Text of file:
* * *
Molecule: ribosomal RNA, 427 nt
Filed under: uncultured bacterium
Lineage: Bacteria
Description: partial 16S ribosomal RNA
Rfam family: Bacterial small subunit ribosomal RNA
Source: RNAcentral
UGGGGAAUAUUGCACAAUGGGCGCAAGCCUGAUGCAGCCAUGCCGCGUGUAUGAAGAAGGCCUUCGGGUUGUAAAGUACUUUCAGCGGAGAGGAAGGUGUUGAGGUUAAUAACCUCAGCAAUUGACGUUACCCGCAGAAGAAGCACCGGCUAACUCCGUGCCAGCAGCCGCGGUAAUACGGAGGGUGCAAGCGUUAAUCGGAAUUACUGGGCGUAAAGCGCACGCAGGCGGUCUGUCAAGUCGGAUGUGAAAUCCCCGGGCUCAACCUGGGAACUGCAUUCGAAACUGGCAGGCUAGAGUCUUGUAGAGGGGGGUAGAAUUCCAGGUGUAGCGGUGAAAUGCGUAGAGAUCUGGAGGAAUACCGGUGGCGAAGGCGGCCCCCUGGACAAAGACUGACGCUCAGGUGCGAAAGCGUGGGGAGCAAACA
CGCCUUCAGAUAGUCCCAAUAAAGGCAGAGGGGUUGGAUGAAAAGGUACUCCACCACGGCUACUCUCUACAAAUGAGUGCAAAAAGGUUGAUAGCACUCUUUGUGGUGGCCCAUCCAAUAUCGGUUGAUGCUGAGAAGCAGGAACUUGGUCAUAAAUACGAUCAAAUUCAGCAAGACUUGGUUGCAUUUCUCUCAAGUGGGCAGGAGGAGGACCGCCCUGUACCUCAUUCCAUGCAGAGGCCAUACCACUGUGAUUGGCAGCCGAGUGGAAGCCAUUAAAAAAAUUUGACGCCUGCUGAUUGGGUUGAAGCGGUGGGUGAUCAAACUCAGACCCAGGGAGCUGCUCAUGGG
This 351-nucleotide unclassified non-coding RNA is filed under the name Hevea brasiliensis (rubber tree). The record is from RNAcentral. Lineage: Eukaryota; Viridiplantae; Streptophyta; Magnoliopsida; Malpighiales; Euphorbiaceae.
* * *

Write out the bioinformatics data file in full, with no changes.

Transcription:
Molecule: ribosomal RNA, 427 nt
Filed under: uncultured bacterium
Lineage: Bacteria
Description: partial 16S ribosomal RNA
Rfam family: Bacterial small subunit ribosomal RNA
Source: RNAcentral
UGGGGAAUAUUGCACAAUGGGCGCAAGCCUGAUGCAGCCAUGCCGCGUGUAUGAAGAAGGCCUUCGGGUUGUAAAGUACUUUCAGCGGAGAGGAAGGUGUUGAGGUUAAUAACCUCAGCAAUUGACGUUACCCGCAGAAGAAGCACCGGCUAACUCCGUGCCAGCAGCCGCGGUAAUACGGAGGGUGCAAGCGUUAAUCGGAAUUACUGGGCGUAAAGCGCACGCAGGCGGUCUGUCAAGUCGGAUGUGAAAUCCCCGGGCUCAACCUGGGAACUGCAUUCGAAACUGGCAGGCUAGAGUCUUGUAGAGGGGGGUAGAAUUCCAGGUGUAGCGGUGAAAUGCGUAGAGAUCUGGAGGAAUACCGGUGGCGAAGGCGGCCCCCUGGACAAAGACUGACGCUCAGGUGCGAAAGCGUGGGGAGCAAACA
CGCCUUCAGAUAGUCCCAAUAAAGGCAGAGGGGUUGGAUGAAAAGGUACUCCACCACGGCUACUCUCUACAAAUGAGUGCAAAAAGGUUGAUAGCACUCUUUGUGGUGGCCCAUCCAAUAUCGGUUGAUGCUGAGAAGCAGGAACUUGGUCAUAAAUACGAUCAAAUUCAGCAAGACUUGGUUGCAUUUCUCUCAAGUGGGCAGGAGGAGGACCGCCCUGUACCUCAUUCCAUGCAGAGGCCAUACCACUGUGAUUGGCAGCCGAGUGGAAGCCAUUAAAAAAAUUUGACGCCUGCUGAUUGGGUUGAAGCGGUGGGUGAUCAAACUCAGACCCAGGGAGCUGCUCAUGGG
This 351-nucleotide unclassified non-coding RNA is filed under the name Hevea brasiliensis (rubber tree). The record is from RNAcentral. Lineage: Eukaryota; Viridiplantae; Streptophyta; Magnoliopsida; Malpighiales; Euphorbiaceae.